Interview 143: Gus Resendiz on “Pros and Cons of a Co-op Education”
- Gus shares the various co-op jobs he had while he was at Northeastern
- Gus shares how he ended up getting a co-op opportunity in the East Wing of the White House
- Gus shares how his undergrad co-op inspired him to craft his own co-op in law school
- Gus explains how co-op taught him what he didn’t want to do for the rest of his life
- Mark introduces the criticisms he hears about
- Mark tells Gus about four or five negatives he hears about co-ops, and he asks Gus if these criticisms are legitimate
- Gus answers each criticism “one by one” and he shares if he feels they are legitimate concerns
- Gus adds an additional aspect of co-op that doesn’t work for some people
- Gus gives some advice that the people who really do well with co-op do the following things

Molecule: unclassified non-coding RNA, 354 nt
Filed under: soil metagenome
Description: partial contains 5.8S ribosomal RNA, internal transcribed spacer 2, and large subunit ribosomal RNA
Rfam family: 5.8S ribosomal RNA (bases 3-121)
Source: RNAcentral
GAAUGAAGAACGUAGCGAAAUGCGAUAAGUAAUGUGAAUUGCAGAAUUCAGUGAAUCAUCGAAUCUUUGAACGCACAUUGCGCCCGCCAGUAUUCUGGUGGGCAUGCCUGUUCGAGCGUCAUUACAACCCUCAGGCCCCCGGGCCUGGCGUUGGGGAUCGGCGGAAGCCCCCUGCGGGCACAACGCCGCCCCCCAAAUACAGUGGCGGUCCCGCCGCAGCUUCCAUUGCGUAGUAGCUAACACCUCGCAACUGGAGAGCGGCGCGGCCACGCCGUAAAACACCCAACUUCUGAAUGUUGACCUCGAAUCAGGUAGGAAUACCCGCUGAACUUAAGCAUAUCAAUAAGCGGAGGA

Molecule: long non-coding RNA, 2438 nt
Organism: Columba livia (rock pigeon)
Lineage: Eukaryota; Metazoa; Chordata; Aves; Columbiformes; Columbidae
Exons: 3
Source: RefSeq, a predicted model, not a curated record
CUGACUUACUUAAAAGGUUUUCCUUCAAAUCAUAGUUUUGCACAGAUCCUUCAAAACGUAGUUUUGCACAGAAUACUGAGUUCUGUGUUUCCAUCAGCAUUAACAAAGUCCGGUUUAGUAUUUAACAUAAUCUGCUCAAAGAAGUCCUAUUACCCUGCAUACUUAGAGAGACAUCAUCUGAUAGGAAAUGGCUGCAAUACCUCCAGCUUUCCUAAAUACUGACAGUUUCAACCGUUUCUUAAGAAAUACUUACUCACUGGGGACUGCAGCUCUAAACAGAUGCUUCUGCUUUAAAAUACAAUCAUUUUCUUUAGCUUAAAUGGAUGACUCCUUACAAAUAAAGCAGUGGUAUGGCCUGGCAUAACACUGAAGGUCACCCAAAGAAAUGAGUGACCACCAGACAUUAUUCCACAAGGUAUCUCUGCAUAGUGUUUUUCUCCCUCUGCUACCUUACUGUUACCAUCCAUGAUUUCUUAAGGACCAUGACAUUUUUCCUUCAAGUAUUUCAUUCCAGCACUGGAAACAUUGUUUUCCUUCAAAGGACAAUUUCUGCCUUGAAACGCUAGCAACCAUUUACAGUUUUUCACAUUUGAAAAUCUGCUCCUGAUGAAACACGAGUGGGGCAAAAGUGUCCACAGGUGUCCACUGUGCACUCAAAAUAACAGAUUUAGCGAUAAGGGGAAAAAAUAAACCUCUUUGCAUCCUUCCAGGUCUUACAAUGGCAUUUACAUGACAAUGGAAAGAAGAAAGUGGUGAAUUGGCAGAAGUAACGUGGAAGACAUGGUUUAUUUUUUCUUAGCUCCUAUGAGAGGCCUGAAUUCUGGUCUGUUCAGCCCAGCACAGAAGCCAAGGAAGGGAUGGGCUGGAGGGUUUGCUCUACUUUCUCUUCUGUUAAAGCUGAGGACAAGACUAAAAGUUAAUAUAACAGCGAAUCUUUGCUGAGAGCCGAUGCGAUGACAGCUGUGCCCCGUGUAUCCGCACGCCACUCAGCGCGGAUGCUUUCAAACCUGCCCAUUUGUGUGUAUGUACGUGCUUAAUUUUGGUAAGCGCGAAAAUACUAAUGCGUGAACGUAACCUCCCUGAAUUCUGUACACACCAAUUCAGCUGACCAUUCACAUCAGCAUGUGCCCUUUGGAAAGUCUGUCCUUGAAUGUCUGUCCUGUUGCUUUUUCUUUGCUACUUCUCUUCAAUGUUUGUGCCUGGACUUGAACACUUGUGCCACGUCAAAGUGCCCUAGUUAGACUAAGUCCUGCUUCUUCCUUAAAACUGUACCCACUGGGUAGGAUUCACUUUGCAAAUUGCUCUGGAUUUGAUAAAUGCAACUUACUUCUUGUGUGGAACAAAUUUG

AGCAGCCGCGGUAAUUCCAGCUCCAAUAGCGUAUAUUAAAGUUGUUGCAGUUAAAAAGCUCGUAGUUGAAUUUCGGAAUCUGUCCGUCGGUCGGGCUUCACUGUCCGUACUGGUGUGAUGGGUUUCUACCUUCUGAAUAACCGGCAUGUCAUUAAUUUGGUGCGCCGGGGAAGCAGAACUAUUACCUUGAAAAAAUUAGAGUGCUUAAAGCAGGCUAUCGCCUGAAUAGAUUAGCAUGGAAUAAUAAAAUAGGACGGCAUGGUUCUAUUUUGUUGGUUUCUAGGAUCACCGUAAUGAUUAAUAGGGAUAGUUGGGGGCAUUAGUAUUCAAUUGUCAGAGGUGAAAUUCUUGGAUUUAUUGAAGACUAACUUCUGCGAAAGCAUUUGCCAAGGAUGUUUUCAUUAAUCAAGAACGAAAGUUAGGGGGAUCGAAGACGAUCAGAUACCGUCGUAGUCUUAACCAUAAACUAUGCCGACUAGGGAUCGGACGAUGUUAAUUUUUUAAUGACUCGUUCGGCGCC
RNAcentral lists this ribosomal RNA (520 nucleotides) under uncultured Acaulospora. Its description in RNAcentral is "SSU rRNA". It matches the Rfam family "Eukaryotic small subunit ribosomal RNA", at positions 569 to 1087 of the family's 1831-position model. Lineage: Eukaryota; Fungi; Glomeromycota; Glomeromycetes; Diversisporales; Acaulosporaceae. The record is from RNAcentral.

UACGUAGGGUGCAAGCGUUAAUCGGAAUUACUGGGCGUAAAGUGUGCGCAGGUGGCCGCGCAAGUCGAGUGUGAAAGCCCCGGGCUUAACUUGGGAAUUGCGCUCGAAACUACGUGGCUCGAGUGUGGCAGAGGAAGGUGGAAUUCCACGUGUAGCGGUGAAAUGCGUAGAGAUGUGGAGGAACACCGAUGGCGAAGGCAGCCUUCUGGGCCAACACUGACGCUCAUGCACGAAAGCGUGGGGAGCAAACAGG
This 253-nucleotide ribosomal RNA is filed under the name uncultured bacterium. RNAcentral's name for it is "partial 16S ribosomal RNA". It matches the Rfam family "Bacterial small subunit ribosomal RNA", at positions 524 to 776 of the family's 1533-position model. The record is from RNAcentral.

- Gus shares a description of the kind of person that co-op is good for and he also shares the description of the kind of student that co-op does not work well for.
- Gus talks about how Northeastern has changed since Gus attended
- Gus gives his advice for students who are considering law careers
- Gus talks about the role that year-end tests play at law school
- Gus talks about how the Socratic Method prepares people to be an attorney
- Gus continues to talk about how he afforded law school, as well as how he lived after graduating from law school
- Gus discusses whether co-op jobs set you up to get full-time offers from your co-op boss
- Gus talks about the ROI of co-op
- Gus talks about how co-op experiences impact classroom discussions.
- Gus goes on the hot seat in the lightning round
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